Central US digs out as storm moves east
MINNEAPOLIS — Minnesota residents slogged through a midApril storm Sunday that dumped 2 feet of snow on parts of the Upper Midwest, coated roads with ice and battered areas farther south with powerful winds and tornadoes before plowing toward the Northeast and MidAtlantic U.S.
The storm system prompted Enbridge Energy to temporarily shutter twin oil and gas pipelines in Michigan that may have been recently damaged by a ship anchor strike.
The Line 5 pipelines were temporarily shuttered Sunday afternoon because of a power outage at Enbridge's terminal in Superior, Wisconsin, Enbridge spokesman Ryan Duffy told The Detroit News. Enbridge decided to shut down the twin pipelines until weather conditions improve in the Straits of Mackinac, which links Lake Huron and Lake Michigan, Duffy said.
At least three deaths were blamed on the storm system, which stretched from the Gulf Coast to the Great Lakes. Storms also knocked down trees, caused airport delays and dropped hail on the Carolinas.
In central Ohio, a rainy Sunday was expected to give way to a wintry Monday. Columbus set a rainfall record for April 15 with 2.06 inches reported at John Glenn Columbus International Airport before 8 p.m. Sunday, breaking the previous mark of 1.46 inches for the date in 1939, according to the National Weather Service.
Snow showers are forecast Monday, with temperatures in 30s all day. The outlook is mostly warmer and drier for the rest of the week, said Kristen Cassady of the weather service office in Wilmington, Ohio.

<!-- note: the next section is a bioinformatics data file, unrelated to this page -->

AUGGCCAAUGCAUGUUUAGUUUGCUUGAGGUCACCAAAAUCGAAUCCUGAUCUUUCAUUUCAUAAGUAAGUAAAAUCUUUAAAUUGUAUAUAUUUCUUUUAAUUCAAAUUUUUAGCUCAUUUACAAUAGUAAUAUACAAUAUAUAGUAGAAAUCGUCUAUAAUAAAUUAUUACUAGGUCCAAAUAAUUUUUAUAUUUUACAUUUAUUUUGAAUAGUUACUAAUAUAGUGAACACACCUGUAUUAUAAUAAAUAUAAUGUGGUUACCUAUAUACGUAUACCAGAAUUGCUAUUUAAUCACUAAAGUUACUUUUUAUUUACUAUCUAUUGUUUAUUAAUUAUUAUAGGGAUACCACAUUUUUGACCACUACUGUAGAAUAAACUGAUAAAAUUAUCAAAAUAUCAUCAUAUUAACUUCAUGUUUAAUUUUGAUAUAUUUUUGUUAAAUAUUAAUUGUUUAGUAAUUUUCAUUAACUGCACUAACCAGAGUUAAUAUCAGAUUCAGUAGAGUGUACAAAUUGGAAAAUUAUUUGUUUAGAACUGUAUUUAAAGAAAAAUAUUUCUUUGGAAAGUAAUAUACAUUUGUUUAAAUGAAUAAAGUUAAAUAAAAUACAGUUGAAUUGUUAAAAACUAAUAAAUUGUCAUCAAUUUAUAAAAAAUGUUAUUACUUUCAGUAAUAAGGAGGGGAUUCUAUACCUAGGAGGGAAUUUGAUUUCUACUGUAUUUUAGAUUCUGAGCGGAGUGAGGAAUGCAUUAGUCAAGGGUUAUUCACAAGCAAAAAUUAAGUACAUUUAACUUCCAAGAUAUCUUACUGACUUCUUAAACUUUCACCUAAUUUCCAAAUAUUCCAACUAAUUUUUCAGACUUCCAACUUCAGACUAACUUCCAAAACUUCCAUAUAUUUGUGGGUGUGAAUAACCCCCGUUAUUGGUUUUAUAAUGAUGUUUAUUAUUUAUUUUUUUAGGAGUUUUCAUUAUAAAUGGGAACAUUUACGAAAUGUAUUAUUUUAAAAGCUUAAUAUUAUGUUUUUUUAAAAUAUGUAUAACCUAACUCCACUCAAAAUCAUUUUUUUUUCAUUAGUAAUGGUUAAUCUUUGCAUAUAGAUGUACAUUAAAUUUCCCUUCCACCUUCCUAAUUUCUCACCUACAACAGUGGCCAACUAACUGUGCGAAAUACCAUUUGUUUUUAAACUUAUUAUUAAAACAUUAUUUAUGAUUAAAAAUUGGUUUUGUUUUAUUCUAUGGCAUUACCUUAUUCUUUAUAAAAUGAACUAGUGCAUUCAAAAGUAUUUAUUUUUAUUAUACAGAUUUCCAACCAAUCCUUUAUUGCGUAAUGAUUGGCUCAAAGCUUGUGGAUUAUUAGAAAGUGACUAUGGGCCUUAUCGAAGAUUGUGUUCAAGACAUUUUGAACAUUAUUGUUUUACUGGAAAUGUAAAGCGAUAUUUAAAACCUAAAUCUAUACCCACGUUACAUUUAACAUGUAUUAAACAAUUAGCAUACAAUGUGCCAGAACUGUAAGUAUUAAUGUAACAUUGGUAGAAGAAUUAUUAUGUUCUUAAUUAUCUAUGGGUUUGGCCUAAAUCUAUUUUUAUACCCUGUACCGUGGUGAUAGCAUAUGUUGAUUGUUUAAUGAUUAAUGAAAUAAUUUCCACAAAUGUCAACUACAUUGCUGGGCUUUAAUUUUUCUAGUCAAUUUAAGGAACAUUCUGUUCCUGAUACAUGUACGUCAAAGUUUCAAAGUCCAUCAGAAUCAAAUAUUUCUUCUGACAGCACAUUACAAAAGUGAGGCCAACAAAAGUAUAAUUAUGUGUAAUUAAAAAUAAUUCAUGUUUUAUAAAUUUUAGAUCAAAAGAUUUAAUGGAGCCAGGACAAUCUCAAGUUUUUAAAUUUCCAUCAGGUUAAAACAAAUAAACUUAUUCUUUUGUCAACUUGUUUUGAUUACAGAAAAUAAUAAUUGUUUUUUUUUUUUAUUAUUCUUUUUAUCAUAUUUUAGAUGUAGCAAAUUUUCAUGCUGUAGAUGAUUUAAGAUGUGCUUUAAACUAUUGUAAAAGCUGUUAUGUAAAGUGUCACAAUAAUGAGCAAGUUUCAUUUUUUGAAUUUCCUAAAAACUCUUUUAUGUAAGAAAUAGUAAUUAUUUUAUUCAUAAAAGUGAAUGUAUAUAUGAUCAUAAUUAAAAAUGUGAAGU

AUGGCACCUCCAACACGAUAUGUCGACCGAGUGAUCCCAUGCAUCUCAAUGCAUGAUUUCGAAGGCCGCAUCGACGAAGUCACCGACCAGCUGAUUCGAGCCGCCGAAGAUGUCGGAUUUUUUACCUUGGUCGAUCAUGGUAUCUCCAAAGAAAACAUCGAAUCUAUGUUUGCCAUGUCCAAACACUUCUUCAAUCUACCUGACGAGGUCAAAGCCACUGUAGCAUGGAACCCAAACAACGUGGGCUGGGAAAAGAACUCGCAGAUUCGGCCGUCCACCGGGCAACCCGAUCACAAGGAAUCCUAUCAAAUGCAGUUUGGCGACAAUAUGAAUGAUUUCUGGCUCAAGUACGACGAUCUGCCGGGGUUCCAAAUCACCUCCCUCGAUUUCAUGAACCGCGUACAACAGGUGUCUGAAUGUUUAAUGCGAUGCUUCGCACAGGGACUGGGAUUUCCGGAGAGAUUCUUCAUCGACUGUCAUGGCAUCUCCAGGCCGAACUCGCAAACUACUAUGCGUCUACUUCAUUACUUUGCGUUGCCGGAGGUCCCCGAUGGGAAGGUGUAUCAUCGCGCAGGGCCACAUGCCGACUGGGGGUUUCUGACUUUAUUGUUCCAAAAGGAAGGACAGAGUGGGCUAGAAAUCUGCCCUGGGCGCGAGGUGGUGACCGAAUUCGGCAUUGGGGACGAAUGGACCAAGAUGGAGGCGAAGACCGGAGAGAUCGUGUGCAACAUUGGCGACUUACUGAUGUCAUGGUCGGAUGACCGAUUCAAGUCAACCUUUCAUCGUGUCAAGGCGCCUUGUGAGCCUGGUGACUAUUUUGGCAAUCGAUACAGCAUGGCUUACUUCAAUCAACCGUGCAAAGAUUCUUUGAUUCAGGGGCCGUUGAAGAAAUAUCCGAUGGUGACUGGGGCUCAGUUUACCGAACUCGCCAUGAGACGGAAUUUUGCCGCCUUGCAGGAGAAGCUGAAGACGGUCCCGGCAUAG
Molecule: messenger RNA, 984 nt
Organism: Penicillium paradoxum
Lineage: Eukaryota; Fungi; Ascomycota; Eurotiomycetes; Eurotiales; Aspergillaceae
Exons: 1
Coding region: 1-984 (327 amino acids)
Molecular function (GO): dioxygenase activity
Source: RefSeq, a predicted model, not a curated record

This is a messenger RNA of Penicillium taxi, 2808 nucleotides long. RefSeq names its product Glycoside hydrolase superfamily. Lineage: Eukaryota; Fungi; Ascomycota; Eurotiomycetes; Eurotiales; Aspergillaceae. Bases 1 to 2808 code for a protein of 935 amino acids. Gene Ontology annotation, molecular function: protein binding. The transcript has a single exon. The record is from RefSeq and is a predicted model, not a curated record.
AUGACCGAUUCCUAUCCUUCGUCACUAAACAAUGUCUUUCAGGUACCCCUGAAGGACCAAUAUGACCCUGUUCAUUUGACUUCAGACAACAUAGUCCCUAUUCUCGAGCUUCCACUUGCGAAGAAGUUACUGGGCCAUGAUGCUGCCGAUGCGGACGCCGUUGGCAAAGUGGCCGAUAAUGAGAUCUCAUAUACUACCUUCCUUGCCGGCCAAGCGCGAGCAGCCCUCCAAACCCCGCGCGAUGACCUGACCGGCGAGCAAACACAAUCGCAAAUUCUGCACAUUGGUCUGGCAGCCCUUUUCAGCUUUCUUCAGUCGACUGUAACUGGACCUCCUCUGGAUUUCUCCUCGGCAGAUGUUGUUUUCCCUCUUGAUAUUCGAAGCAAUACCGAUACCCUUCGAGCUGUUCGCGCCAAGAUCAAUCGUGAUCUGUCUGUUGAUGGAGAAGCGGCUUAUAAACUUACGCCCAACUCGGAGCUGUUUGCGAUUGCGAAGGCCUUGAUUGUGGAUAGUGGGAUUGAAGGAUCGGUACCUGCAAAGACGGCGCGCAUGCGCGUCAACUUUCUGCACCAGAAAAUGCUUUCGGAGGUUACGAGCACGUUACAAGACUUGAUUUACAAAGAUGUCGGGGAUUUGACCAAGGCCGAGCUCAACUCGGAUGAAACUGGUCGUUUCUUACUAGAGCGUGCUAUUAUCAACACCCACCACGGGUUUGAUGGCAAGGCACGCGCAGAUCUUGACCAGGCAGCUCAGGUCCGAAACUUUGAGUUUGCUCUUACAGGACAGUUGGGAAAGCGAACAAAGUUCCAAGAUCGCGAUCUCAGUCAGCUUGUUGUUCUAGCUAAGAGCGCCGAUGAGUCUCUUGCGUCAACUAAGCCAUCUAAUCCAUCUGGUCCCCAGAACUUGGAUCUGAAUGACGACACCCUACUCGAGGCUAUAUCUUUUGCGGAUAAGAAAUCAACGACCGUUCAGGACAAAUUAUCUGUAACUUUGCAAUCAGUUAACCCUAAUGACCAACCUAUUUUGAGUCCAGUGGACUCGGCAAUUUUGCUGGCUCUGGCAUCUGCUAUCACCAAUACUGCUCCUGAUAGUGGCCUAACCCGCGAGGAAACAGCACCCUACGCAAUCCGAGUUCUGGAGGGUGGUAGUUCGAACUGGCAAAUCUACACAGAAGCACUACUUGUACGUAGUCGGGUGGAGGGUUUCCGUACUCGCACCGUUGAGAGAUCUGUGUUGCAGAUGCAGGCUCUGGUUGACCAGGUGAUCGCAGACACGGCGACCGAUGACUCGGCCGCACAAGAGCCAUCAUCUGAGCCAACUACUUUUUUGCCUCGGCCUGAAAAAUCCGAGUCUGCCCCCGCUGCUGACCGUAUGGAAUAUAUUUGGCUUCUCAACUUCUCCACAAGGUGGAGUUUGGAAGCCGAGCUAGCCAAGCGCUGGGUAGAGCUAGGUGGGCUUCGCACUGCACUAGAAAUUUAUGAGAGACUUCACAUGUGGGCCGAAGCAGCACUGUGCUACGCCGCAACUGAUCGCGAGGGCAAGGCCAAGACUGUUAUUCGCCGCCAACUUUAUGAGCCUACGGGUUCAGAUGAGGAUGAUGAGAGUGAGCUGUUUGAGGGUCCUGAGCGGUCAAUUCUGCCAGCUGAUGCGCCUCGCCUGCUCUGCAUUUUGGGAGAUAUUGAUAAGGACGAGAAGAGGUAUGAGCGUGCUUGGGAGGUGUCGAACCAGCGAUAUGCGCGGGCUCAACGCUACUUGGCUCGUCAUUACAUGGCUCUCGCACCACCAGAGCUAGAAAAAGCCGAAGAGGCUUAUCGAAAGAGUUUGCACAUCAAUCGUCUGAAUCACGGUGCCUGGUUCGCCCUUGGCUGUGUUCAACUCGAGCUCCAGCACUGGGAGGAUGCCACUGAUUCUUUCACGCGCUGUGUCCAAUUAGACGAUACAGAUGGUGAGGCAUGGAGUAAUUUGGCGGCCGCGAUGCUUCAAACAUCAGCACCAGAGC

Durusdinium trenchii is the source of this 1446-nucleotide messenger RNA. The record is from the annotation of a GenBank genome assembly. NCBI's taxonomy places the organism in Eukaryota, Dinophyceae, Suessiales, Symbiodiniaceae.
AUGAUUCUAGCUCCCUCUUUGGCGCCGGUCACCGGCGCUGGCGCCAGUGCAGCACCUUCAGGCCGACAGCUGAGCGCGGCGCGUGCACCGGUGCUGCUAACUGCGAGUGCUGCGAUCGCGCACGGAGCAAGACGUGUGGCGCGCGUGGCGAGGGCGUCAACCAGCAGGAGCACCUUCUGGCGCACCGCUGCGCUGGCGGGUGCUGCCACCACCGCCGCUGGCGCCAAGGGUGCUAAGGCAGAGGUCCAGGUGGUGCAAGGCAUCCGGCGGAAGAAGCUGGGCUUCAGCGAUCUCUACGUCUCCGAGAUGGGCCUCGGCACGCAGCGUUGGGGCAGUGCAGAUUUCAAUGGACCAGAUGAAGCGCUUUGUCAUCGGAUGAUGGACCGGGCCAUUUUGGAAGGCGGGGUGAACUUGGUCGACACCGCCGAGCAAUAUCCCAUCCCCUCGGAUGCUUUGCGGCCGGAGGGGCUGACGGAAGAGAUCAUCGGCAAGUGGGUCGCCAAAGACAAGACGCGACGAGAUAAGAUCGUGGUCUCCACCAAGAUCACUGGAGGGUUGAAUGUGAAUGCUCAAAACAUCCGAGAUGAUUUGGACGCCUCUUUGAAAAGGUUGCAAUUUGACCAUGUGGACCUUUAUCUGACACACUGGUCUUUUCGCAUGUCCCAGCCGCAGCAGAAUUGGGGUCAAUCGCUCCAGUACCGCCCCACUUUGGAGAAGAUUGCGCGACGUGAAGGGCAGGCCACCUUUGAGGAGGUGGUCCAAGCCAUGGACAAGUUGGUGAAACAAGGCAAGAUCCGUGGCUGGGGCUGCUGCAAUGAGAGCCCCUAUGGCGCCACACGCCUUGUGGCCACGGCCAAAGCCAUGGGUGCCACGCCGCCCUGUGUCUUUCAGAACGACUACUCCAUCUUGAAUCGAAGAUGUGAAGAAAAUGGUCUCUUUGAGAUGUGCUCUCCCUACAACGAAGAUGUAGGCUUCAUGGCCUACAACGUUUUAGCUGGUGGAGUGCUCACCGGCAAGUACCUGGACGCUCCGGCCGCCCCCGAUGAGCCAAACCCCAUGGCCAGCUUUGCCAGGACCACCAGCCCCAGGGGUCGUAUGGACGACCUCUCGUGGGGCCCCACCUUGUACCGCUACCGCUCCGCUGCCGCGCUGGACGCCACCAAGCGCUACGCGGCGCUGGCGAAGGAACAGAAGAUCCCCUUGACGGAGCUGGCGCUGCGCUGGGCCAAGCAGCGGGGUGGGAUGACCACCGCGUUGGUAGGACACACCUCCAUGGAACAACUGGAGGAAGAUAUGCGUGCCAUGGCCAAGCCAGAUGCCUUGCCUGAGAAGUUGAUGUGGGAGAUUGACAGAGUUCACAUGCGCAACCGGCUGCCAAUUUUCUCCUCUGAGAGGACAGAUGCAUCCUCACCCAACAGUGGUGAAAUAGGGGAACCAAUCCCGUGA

At Minneapolis-St. Paul International Airport, where more than 13 inches of snow had fallen, 230 flights were canceled Sunday. Two runways were open, but winds were still strong and planes were being de-iced, spokesman Patrick Hogan said. On Saturday, the storm caused the cancellation of nearly 470 flights at the airport.
Two northeastern Wisconsin communities, Tigerton and Big Falls, received more than 2 feet of snow over the weekend, the National Weather Service in Green Bay reported. Parts of the state that were already blanketed were getting a second helping of snow on Sunday. The heavy snow caused part of a hotel roof to collapse over a pool at a hotel in Ashwaubenon, which is next to Green Bay, but no one was in the pool area at the time, and no one was hurt.
The storm finally let up in South Dakota, allowing the airport in the state's largest city, Sioux Falls, to reopen for the first time since Thursday.
In Michigan, freezing rain that began falling overnight had left roads treacherous and cut power to hundreds of thousands of homes and businesses by midday Sunday.